Employers seek to learn as much as possible about applicants during the hiring process to make a well-informed selection. Checking someone's criminal records, asking where they've worked, and seeing where they went to school are all important parts of the process. However, one thing that usually doesn't turn up in an employee background check is how much money someone made at their previous job.
Pay or salary information is important because applicants want to know what to expect and businesses must manage their costs. When negotiating a salary for a position, some employers may want to ask about what the individual made in their previous role. The thinking goes that verifying this information will expose dishonesty in the negotiating process and equip employers to create a competitive but reasonable offer.
However, the reality of this process is far more complex than running a routine background check. A challenging legal environment and a growing effort to combat pay inequality mean employers must think carefully about this process. What should you know?
Asking for Salary Verification is Fraught With Risk
Although it may seem like a smart move to better position yourself for salary negotiations, asking directly about someone's previous pay rates is almost always unwise. This practice is increasingly illegal, and in fact, it is not allowed in nearly half of the country. Twenty-one states have now enacted a partial or complete ban on asking about an applicant's past salary history. In some states where you may still be able to ask, such as Alabama, you're prohibited from taking adverse action of any kind if an applicant simply refuses to answer.
Past employers are unlikely to be forthcoming with this data due to the risk of facing lawsuits from former employees. Asking someone to furnish their W2 information not only means you must handle sensitive data securely, but this, too, could open the door to future claims of unfairness or discrimination. In general, it is not as straightforward to conduct salary verification as it is to do a background check on someone.
Simultaneously, many areas have passed or will soon pass pay equity laws aimed at reducing gender wage gaps. These laws mandate that you post the salary range or wage information on all job listings. Failing to do so can mean fines and other regulatory actions.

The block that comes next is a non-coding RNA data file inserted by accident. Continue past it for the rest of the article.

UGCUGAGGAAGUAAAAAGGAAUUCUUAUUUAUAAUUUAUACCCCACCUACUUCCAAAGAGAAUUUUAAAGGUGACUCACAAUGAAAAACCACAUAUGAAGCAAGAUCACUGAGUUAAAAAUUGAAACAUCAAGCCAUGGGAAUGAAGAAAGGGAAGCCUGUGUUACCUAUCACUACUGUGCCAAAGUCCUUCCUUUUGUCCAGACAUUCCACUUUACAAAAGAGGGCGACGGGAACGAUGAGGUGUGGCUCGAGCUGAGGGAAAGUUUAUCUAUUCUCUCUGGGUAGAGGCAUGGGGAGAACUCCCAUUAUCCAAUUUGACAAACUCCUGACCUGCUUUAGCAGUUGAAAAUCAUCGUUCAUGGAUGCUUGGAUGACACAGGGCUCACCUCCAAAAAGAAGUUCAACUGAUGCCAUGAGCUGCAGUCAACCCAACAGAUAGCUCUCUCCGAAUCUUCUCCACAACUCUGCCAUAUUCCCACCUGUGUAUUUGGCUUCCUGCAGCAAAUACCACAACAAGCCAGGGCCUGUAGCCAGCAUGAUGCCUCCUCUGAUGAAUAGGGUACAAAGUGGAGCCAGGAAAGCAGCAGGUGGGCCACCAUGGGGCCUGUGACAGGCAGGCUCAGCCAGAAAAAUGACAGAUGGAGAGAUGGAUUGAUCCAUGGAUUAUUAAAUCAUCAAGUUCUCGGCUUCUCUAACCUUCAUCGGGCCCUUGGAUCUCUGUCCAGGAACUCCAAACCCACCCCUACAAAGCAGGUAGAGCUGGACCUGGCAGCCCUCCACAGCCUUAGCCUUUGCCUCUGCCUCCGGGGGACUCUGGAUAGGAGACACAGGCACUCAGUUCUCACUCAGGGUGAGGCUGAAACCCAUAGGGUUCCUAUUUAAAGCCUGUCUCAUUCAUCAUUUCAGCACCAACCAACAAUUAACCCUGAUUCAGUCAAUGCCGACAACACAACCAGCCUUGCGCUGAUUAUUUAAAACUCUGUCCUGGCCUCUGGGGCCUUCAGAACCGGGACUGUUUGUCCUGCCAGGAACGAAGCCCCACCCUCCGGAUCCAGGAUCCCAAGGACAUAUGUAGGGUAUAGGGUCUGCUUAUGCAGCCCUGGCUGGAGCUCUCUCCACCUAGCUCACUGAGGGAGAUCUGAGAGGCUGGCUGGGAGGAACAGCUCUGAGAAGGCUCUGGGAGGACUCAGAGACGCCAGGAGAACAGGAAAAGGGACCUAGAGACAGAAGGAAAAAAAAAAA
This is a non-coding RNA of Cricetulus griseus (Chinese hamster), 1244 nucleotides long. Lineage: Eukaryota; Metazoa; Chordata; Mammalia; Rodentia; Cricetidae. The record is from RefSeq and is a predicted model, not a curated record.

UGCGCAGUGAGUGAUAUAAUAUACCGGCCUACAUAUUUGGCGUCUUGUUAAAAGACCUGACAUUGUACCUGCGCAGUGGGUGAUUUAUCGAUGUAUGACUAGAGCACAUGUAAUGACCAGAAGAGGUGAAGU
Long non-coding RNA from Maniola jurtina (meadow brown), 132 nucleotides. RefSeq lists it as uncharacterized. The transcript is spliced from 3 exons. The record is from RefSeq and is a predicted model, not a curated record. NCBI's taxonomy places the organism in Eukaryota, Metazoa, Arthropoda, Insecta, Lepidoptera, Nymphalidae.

What Best Practices Should You Use?
All the power in this situation may seem to be tilted towards job applicants. However, you can still implement some best practices to make it easier to understand how you compete on compensation. Keep these tips in mind:
- Use benchmark data from your industry. Many websites and some services gather salary information anonymously and use it to create benchmarks for job positions and industries. Reference this data when trying to set compensation.
- Avoid asking about salary — even if you do not live in an area where it is illegal, it is too much of a risk to take.
- If you must verify someone's salary, consult an employment lawyer in your area.
- Be wary of unfair compensation between similar job roles that could create the impression of bias or unfairness.
- Post salary ranges for all jobs, whether required or not. Applicants want to know — don't hide this information.
Find Other Ways to Vet Your Candidates
Even if you cannot always include salary as a component of an employee background check, there are many other and more important ways to conduct adequate vetting. Drug tests, criminal history checks and more all provide you with the vital information you need. Leave salary negotiations as just that — a negotiation based on finding common ground between what you and the individual think is fair.
About Michael Klazema The author
Michael Klazema is the lead author and editor for Dallas-based backgroundchecks.com with a focus on human resource and employment screening developments